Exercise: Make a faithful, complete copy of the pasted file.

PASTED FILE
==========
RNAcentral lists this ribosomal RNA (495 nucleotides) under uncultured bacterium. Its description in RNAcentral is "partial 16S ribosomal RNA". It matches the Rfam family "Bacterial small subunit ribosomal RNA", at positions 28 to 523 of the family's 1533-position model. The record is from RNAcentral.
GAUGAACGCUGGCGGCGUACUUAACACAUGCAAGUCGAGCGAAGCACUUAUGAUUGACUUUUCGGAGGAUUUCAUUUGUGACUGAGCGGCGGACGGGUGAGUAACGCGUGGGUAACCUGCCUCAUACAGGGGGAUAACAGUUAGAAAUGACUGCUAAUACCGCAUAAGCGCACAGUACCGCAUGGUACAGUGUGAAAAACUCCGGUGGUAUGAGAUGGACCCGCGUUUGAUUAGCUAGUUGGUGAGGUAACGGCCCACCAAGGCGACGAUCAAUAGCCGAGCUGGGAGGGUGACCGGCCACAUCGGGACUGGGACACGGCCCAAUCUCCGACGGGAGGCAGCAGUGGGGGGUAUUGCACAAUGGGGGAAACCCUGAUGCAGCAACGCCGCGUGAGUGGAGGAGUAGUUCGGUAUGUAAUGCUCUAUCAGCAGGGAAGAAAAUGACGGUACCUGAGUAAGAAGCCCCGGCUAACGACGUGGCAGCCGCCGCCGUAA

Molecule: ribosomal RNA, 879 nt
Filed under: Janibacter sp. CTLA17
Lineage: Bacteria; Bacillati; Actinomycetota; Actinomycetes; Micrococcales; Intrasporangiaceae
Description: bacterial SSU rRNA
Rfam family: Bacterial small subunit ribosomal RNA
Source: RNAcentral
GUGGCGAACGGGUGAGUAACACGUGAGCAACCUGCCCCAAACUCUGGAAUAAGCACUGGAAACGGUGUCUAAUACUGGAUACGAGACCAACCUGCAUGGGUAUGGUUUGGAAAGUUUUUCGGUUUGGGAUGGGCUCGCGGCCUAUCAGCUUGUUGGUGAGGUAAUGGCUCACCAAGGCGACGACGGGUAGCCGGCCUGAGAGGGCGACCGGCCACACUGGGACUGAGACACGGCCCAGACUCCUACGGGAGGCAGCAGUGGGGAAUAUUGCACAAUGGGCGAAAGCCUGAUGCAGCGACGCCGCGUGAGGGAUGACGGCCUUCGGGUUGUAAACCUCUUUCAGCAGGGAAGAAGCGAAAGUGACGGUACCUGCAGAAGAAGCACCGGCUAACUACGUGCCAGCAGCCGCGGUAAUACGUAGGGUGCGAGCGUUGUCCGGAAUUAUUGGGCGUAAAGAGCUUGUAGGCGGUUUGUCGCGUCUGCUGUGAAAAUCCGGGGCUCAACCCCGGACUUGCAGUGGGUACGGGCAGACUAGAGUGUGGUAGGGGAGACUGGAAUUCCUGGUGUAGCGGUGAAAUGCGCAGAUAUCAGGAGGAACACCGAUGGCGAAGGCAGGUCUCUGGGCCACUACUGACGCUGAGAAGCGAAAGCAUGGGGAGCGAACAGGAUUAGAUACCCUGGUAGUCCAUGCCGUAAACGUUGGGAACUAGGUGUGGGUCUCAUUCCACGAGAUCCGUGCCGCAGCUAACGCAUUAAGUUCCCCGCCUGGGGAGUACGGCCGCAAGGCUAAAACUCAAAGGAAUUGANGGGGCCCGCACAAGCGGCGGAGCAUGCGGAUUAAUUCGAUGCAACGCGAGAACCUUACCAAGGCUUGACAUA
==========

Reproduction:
RNAcentral lists this ribosomal RNA (495 nucleotides) under uncultured bacterium. Its description in RNAcentral is "partial 16S ribosomal RNA". It matches the Rfam family "Bacterial small subunit ribosomal RNA", at positions 28 to 523 of the family's 1533-position model. The record is from RNAcentral.
GAUGAACGCUGGCGGCGUACUUAACACAUGCAAGUCGAGCGAAGCACUUAUGAUUGACUUUUCGGAGGAUUUCAUUUGUGACUGAGCGGCGGACGGGUGAGUAACGCGUGGGUAACCUGCCUCAUACAGGGGGAUAACAGUUAGAAAUGACUGCUAAUACCGCAUAAGCGCACAGUACCGCAUGGUACAGUGUGAAAAACUCCGGUGGUAUGAGAUGGACCCGCGUUUGAUUAGCUAGUUGGUGAGGUAACGGCCCACCAAGGCGACGAUCAAUAGCCGAGCUGGGAGGGUGACCGGCCACAUCGGGACUGGGACACGGCCCAAUCUCCGACGGGAGGCAGCAGUGGGGGGUAUUGCACAAUGGGGGAAACCCUGAUGCAGCAACGCCGCGUGAGUGGAGGAGUAGUUCGGUAUGUAAUGCUCUAUCAGCAGGGAAGAAAAUGACGGUACCUGAGUAAGAAGCCCCGGCUAACGACGUGGCAGCCGCCGCCGUAA

Molecule: ribosomal RNA, 879 nt
Filed under: Janibacter sp. CTLA17
Lineage: Bacteria; Bacillati; Actinomycetota; Actinomycetes; Micrococcales; Intrasporangiaceae
Description: bacterial SSU rRNA
Rfam family: Bacterial small subunit ribosomal RNA
Source: RNAcentral
GUGGCGAACGGGUGAGUAACACGUGAGCAACCUGCCCCAAACUCUGGAAUAAGCACUGGAAACGGUGUCUAAUACUGGAUACGAGACCAACCUGCAUGGGUAUGGUUUGGAAAGUUUUUCGGUUUGGGAUGGGCUCGCGGCCUAUCAGCUUGUUGGUGAGGUAAUGGCUCACCAAGGCGACGACGGGUAGCCGGCCUGAGAGGGCGACCGGCCACACUGGGACUGAGACACGGCCCAGACUCCUACGGGAGGCAGCAGUGGGGAAUAUUGCACAAUGGGCGAAAGCCUGAUGCAGCGACGCCGCGUGAGGGAUGACGGCCUUCGGGUUGUAAACCUCUUUCAGCAGGGAAGAAGCGAAAGUGACGGUACCUGCAGAAGAAGCACCGGCUAACUACGUGCCAGCAGCCGCGGUAAUACGUAGGGUGCGAGCGUUGUCCGGAAUUAUUGGGCGUAAAGAGCUUGUAGGCGGUUUGUCGCGUCUGCUGUGAAAAUCCGGGGCUCAACCCCGGACUUGCAGUGGGUACGGGCAGACUAGAGUGUGGUAGGGGAGACUGGAAUUCCUGGUGUAGCGGUGAAAUGCGCAGAUAUCAGGAGGAACACCGAUGGCGAAGGCAGGUCUCUGGGCCACUACUGACGCUGAGAAGCGAAAGCAUGGGGAGCGAACAGGAUUAGAUACCCUGGUAGUCCAUGCCGUAAACGUUGGGAACUAGGUGUGGGUCUCAUUCCACGAGAUCCGUGCCGCAGCUAACGCAUUAAGUUCCCCGCCUGGGGAGUACGGCCGCAAGGCUAAAACUCAAAGGAAUUGANGGGGCCCGCACAAGCGGCGGAGCAUGCGGAUUAAUUCGAUGCAACGCGAGAACCUUACCAAGGCUUGACAUA